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The University of Utah's Independent Student Voice

The Daily Utah Chronicle

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The Daily Utah Chronicle

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The King of Queens: Kevin James royally steals the show in ‘Hitch’

“Hitch”Directed by Andy TennantWritten by Kevin BischStarring Will Smith, Eva Mendes and Kevin James

Two and a half out of four stars

Opened Feb. 11

“Hitch” is the cutely ironic nickname of professional love doctor Alex “Hitch” Hitchens (Will Smith), who meets his match (in more ways than one) when he falls for beautiful gossip columnist Sara (played by Eva Mendes).

Kevin James delivers the standout performance as the hapless Albert, an accountant in love with his millionaire client, Allegra Cole (played by Amber Valletta). James pulls what is otherwise a cheap and exploitive attempt to capitalize on misguided conceptions of love out of the gutter, and somehow makes everyone around him appear funny.

The rules for the date doctor are twofold: He doesn’t advertise, and he only helps those whom he feels are truly in love-cute, huh? But after a certain point, Hitch finds himself helping others find love, even though he doesn’t believe in it himself.

Sound lame? It’s 10,000 times more clich than you think.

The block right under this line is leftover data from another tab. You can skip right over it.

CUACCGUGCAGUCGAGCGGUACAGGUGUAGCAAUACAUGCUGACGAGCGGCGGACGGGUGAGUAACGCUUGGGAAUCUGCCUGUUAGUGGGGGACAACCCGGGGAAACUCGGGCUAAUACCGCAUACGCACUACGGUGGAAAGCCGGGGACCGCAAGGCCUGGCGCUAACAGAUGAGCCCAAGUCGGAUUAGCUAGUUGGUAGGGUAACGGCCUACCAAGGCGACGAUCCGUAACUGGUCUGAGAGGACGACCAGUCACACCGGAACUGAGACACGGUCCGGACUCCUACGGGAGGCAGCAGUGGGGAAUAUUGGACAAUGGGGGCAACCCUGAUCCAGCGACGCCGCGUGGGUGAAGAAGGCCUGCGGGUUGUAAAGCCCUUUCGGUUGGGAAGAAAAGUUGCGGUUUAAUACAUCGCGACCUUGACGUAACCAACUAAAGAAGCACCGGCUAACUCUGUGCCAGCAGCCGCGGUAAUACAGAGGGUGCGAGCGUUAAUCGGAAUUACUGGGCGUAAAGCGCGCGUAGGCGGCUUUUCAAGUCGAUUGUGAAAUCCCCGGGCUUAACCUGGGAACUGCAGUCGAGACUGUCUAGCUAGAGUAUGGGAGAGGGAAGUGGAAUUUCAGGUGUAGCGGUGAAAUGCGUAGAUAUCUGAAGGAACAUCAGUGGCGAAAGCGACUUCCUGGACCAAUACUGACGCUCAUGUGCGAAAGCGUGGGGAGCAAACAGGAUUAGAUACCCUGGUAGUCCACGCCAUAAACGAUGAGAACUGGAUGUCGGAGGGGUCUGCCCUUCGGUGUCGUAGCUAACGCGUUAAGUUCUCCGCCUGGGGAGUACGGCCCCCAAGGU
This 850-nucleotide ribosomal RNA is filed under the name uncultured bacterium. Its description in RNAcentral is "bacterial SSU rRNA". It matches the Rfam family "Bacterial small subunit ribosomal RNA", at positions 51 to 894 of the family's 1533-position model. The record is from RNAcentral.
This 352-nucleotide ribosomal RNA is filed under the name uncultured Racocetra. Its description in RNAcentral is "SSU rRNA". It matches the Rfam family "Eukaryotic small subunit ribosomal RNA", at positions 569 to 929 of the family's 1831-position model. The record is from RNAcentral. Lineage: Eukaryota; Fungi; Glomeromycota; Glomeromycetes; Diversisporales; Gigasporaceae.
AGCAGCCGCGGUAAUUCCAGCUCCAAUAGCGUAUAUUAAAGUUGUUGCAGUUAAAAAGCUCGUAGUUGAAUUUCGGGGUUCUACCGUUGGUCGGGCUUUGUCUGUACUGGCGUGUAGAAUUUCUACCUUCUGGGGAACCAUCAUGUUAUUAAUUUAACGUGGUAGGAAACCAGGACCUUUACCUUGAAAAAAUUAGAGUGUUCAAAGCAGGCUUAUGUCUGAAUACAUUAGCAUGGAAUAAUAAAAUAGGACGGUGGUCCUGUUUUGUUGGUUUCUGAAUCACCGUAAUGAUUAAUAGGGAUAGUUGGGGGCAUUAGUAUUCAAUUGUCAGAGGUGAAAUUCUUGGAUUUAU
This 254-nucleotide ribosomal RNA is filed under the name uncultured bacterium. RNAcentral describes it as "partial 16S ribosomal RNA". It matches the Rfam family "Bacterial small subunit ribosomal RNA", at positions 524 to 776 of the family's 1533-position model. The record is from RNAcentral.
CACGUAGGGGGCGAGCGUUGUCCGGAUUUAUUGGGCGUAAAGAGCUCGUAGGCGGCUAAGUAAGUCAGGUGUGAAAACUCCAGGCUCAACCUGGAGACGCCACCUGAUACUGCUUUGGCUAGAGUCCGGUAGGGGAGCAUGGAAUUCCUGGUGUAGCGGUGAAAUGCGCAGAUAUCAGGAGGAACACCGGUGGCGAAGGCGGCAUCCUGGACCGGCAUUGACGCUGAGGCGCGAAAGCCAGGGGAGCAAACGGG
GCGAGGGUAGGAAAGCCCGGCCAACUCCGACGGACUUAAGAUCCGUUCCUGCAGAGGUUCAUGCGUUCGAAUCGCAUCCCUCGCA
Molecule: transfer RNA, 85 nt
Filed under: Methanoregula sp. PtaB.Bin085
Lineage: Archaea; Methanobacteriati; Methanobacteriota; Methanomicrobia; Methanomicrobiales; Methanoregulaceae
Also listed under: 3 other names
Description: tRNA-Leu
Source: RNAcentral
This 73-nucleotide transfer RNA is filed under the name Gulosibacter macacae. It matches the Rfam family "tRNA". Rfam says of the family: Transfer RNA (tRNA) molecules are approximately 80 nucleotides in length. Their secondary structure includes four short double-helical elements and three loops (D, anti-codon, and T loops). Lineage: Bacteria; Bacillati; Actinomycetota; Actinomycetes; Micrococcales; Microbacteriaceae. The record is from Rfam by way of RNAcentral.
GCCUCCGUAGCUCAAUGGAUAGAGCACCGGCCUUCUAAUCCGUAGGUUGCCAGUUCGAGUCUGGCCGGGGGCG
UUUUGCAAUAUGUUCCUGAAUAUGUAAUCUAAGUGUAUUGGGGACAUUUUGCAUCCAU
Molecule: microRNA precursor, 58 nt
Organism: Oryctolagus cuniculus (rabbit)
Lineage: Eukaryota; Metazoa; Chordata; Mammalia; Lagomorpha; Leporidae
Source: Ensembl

The problem with “Hitch” is its failure to adequately utilize the comic genius of Kevin James. When he isn’t on screen-which is most of the movie, unfortunately-you’re just waiting for his next appearance. It’s a testament to his talents that James’ limited screen time is so memorable. His character’s subplot, involving love interest Allegra Cole, is the best thing the movie has going for it, but Smith and his love problems hog the bulk of the airtime.

Lousy celebrity-centric filmmaking…grumble, grumble…

To add insult to injury, the majority of Smith’s laughs come from scenes he shares with James.

In “Hitch,” Smith is trying to teach James how to be cool, but it’s he who comes across as slightly off and awkward in the end.

Another stymieing pothole takes form in the lack of chemistry between Mendes and Smith. Who knows? Maybe it was just the dialogue, but something was funky. Toward the end, the interplay gets so awkward that it actually made me uncomfortable. Not as uncomfortable as Amanda Bynes makes me feel-man do I hate her-but uncomfortable just the same.

Mendes remains charming and gorgeous throughout the movie, but she never really has a chance to shine. Most of her appearances work to complement Smith, and possess little flair. Unfortunately, she is one of the only cast members to not have a scene with James, which is probably why she doesn’t seem very funny.

While the dialogue toward the end is terribly trite, and Smith’s performance ends up being almost objectionable, this movie is worth seeing, if only for James.

If you’ve got $8 lying around, go see The King of Queens reign supreme over “Hitch.”

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